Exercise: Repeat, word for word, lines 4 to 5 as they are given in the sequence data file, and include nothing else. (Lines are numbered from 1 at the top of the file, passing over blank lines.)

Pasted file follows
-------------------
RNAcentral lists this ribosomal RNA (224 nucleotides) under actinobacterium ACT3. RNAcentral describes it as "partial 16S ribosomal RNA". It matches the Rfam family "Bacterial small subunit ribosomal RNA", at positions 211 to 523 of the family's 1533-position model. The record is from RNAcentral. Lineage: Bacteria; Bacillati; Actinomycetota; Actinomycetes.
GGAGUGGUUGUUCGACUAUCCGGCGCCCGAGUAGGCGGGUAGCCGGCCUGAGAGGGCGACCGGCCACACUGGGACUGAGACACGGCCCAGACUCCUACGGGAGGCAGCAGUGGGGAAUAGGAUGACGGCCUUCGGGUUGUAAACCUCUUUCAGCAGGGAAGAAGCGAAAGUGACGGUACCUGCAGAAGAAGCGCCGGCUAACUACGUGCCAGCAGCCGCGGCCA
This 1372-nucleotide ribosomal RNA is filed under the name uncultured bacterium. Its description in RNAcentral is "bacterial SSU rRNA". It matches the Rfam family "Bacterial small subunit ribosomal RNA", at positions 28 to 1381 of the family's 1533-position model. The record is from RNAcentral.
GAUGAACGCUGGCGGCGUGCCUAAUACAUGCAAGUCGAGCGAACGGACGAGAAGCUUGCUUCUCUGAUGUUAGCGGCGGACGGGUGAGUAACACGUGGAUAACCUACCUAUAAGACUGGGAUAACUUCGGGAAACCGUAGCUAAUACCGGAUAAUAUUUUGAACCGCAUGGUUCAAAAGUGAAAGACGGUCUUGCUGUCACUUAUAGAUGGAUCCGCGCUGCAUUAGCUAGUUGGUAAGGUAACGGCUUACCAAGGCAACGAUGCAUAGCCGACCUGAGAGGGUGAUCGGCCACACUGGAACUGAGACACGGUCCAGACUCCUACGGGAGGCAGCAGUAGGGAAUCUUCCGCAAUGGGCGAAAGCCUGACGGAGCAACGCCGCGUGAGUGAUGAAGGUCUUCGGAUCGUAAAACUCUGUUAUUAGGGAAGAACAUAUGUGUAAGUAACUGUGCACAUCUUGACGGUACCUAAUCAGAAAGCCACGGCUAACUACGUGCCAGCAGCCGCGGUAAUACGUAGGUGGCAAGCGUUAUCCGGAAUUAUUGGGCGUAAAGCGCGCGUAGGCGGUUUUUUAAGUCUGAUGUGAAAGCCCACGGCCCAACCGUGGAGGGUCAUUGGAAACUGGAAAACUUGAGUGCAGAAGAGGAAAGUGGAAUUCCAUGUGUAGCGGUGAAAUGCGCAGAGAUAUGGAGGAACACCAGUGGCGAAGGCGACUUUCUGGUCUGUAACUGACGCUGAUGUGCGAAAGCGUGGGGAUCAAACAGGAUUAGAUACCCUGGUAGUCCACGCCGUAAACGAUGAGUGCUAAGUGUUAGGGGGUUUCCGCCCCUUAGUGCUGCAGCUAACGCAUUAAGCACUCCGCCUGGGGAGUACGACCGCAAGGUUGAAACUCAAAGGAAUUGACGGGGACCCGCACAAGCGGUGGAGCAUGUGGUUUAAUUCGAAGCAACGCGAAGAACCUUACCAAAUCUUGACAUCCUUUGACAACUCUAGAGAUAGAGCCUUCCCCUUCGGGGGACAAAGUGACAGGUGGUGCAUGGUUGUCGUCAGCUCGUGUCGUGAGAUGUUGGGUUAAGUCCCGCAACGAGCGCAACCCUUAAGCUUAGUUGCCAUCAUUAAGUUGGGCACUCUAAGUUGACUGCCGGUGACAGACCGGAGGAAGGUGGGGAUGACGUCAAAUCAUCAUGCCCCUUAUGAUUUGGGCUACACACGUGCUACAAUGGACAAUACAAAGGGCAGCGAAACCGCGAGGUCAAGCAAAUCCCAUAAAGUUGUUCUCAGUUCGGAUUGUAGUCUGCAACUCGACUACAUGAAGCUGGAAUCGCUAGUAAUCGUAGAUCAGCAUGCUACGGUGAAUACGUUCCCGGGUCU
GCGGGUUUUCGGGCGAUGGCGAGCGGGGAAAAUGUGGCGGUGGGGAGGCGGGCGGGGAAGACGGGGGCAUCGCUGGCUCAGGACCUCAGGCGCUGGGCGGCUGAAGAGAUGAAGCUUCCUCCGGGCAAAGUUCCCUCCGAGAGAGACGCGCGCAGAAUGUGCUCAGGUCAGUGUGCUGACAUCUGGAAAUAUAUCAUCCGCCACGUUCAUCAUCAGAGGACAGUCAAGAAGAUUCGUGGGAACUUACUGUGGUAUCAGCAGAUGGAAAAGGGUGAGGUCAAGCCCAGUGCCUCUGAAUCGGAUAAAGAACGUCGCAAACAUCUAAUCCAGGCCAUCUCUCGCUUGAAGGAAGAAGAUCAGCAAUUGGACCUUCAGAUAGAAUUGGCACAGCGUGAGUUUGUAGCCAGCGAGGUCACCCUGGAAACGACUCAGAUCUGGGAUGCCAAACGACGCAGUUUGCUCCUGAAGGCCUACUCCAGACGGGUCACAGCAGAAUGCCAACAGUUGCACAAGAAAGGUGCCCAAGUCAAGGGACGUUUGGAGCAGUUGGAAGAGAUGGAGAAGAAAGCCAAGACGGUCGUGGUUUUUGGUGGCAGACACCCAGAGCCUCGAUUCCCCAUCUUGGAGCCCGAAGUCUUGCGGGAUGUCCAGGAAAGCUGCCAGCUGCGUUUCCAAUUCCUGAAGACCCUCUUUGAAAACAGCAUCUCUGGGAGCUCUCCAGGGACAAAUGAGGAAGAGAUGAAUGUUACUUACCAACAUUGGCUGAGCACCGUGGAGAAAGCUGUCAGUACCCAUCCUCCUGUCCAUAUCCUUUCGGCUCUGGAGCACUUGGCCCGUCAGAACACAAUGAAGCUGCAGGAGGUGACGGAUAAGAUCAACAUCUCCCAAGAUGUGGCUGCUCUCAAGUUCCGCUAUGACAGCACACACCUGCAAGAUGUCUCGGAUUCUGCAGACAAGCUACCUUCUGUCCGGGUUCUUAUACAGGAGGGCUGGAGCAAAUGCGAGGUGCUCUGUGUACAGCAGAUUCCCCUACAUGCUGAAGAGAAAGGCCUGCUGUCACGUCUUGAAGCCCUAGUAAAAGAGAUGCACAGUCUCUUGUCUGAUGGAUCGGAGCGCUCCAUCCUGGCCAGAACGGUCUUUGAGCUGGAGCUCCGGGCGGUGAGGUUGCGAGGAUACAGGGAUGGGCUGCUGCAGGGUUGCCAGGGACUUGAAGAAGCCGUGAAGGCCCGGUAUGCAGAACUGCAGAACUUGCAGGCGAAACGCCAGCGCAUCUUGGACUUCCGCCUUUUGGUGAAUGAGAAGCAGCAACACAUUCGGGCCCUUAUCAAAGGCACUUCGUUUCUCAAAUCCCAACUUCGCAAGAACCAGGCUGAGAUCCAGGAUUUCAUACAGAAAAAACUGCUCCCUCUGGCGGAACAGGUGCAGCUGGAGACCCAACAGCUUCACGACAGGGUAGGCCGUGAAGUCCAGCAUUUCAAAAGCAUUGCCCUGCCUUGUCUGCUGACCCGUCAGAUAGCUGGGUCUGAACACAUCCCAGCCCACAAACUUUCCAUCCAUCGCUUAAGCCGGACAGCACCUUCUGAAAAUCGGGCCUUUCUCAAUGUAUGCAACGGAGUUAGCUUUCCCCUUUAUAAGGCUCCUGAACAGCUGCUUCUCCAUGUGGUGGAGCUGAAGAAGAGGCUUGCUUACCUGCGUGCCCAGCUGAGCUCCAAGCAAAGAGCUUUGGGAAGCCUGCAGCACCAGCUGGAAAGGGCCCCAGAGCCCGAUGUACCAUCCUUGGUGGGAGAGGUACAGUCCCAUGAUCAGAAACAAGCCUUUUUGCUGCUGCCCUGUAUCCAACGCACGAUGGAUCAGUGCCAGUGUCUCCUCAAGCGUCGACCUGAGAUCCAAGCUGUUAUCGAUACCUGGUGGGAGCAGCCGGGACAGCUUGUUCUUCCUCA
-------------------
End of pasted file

GAUGAACGCUGGCGGCGUGCCUAAUACAUGCAAGUCGAGCGAACGGACGAGAAGCUUGCUUCUCUGAUGUUAGCGGCGGACGGGUGAGUAACACGUGGAUAACCUACCUAUAAGACUGGGAUAACUUCGGGAAACCGUAGCUAAUACCGGAUAAUAUUUUGAACCGCAUGGUUCAAAAGUGAAAGACGGUCUUGCUGUCACUUAUAGAUGGAUCCGCGCUGCAUUAGCUAGUUGGUAAGGUAACGGCUUACCAAGGCAACGAUGCAUAGCCGACCUGAGAGGGUGAUCGGCCACACUGGAACUGAGACACGGUCCAGACUCCUACGGGAGGCAGCAGUAGGGAAUCUUCCGCAAUGGGCGAAAGCCUGACGGAGCAACGCCGCGUGAGUGAUGAAGGUCUUCGGAUCGUAAAACUCUGUUAUUAGGGAAGAACAUAUGUGUAAGUAACUGUGCACAUCUUGACGGUACCUAAUCAGAAAGCCACGGCUAACUACGUGCCAGCAGCCGCGGUAAUACGUAGGUGGCAAGCGUUAUCCGGAAUUAUUGGGCGUAAAGCGCGCGUAGGCGGUUUUUUAAGUCUGAUGUGAAAGCCCACGGCCCAACCGUGGAGGGUCAUUGGAAACUGGAAAACUUGAGUGCAGAAGAGGAAAGUGGAAUUCCAUGUGUAGCGGUGAAAUGCGCAGAGAUAUGGAGGAACACCAGUGGCGAAGGCGACUUUCUGGUCUGUAACUGACGCUGAUGUGCGAAAGCGUGGGGAUCAAACAGGAUUAGAUACCCUGGUAGUCCACGCCGUAAACGAUGAGUGCUAAGUGUUAGGGGGUUUCCGCCCCUUAGUGCUGCAGCUAACGCAUUAAGCACUCCGCCUGGGGAGUACGACCGCAAGGUUGAAACUCAAAGGAAUUGACGGGGACCCGCACAAGCGGUGGAGCAUGUGGUUUAAUUCGAAGCAACGCGAAGAACCUUACCAAAUCUUGACAUCCUUUGACAACUCUAGAGAUAGAGCCUUCCCCUUCGGGGGACAAAGUGACAGGUGGUGCAUGGUUGUCGUCAGCUCGUGUCGUGAGAUGUUGGGUUAAGUCCCGCAACGAGCGCAACCCUUAAGCUUAGUUGCCAUCAUUAAGUUGGGCACUCUAAGUUGACUGCCGGUGACAGACCGGAGGAAGGUGGGGAUGACGUCAAAUCAUCAUGCCCCUUAUGAUUUGGGCUACACACGUGCUACAAUGGACAAUACAAAGGGCAGCGAAACCGCGAGGUCAAGCAAAUCCCAUAAAGUUGUUCUCAGUUCGGAUUGUAGUCUGCAACUCGACUACAUGAAGCUGGAAUCGCUAGUAAUCGUAGAUCAGCAUGCUACGGUGAAUACGUUCCCGGGUCU
GCGGGUUUUCGGGCGAUGGCGAGCGGGGAAAAUGUGGCGGUGGGGAGGCGGGCGGGGAAGACGGGGGCAUCGCUGGCUCAGGACCUCAGGCGCUGGGCGGCUGAAGAGAUGAAGCUUCCUCCGGGCAAAGUUCCCUCCGAGAGAGACGCGCGCAGAAUGUGCUCAGGUCAGUGUGCUGACAUCUGGAAAUAUAUCAUCCGCCACGUUCAUCAUCAGAGGACAGUCAAGAAGAUUCGUGGGAACUUACUGUGGUAUCAGCAGAUGGAAAAGGGUGAGGUCAAGCCCAGUGCCUCUGAAUCGGAUAAAGAACGUCGCAAACAUCUAAUCCAGGCCAUCUCUCGCUUGAAGGAAGAAGAUCAGCAAUUGGACCUUCAGAUAGAAUUGGCACAGCGUGAGUUUGUAGCCAGCGAGGUCACCCUGGAAACGACUCAGAUCUGGGAUGCCAAACGACGCAGUUUGCUCCUGAAGGCCUACUCCAGACGGGUCACAGCAGAAUGCCAACAGUUGCACAAGAAAGGUGCCCAAGUCAAGGGACGUUUGGAGCAGUUGGAAGAGAUGGAGAAGAAAGCCAAGACGGUCGUGGUUUUUGGUGGCAGACACCCAGAGCCUCGAUUCCCCAUCUUGGAGCCCGAAGUCUUGCGGGAUGUCCAGGAAAGCUGCCAGCUGCGUUUCCAAUUCCUGAAGACCCUCUUUGAAAACAGCAUCUCUGGGAGCUCUCCAGGGACAAAUGAGGAAGAGAUGAAUGUUACUUACCAACAUUGGCUGAGCACCGUGGAGAAAGCUGUCAGUACCCAUCCUCCUGUCCAUAUCCUUUCGGCUCUGGAGCACUUGGCCCGUCAGAACACAAUGAAGCUGCAGGAGGUGACGGAUAAGAUCAACAUCUCCCAAGAUGUGGCUGCUCUCAAGUUCCGCUAUGACAGCACACACCUGCAAGAUGUCUCGGAUUCUGCAGACAAGCUACCUUCUGUCCGGGUUCUUAUACAGGAGGGCUGGAGCAAAUGCGAGGUGCUCUGUGUACAGCAGAUUCCCCUACAUGCUGAAGAGAAAGGCCUGCUGUCACGUCUUGAAGCCCUAGUAAAAGAGAUGCACAGUCUCUUGUCUGAUGGAUCGGAGCGCUCCAUCCUGGCCAGAACGGUCUUUGAGCUGGAGCUCCGGGCGGUGAGGUUGCGAGGAUACAGGGAUGGGCUGCUGCAGGGUUGCCAGGGACUUGAAGAAGCCGUGAAGGCCCGGUAUGCAGAACUGCAGAACUUGCAGGCGAAACGCCAGCGCAUCUUGGACUUCCGCCUUUUGGUGAAUGAGAAGCAGCAACACAUUCGGGCCCUUAUCAAAGGCACUUCGUUUCUCAAAUCCCAACUUCGCAAGAACCAGGCUGAGAUCCAGGAUUUCAUACAGAAAAAACUGCUCCCUCUGGCGGAACAGGUGCAGCUGGAGACCCAACAGCUUCACGACAGGGUAGGCCGUGAAGUCCAGCAUUUCAAAAGCAUUGCCCUGCCUUGUCUGCUGACCCGUCAGAUAGCUGGGUCUGAACACAUCCCAGCCCACAAACUUUCCAUCCAUCGCUUAAGCCGGACAGCACCUUCUGAAAAUCGGGCCUUUCUCAAUGUAUGCAACGGAGUUAGCUUUCCCCUUUAUAAGGCUCCUGAACAGCUGCUUCUCCAUGUGGUGGAGCUGAAGAAGAGGCUUGCUUACCUGCGUGCCCAGCUGAGCUCCAAGCAAAGAGCUUUGGGAAGCCUGCAGCACCAGCUGGAAAGGGCCCCAGAGCCCGAUGUACCAUCCUUGGUGGGAGAGGUACAGUCCCAUGAUCAGAAACAAGCCUUUUUGCUGCUGCCCUGUAUCCAACGCACGAUGGAUCAGUGCCAGUGUCUCCUCAAGCGUCGACCUGAGAUCCAAGCUGUUAUCGAUACCUGGUGGGAGCAGCCGGGACAGCUUGUUCUUCCUCA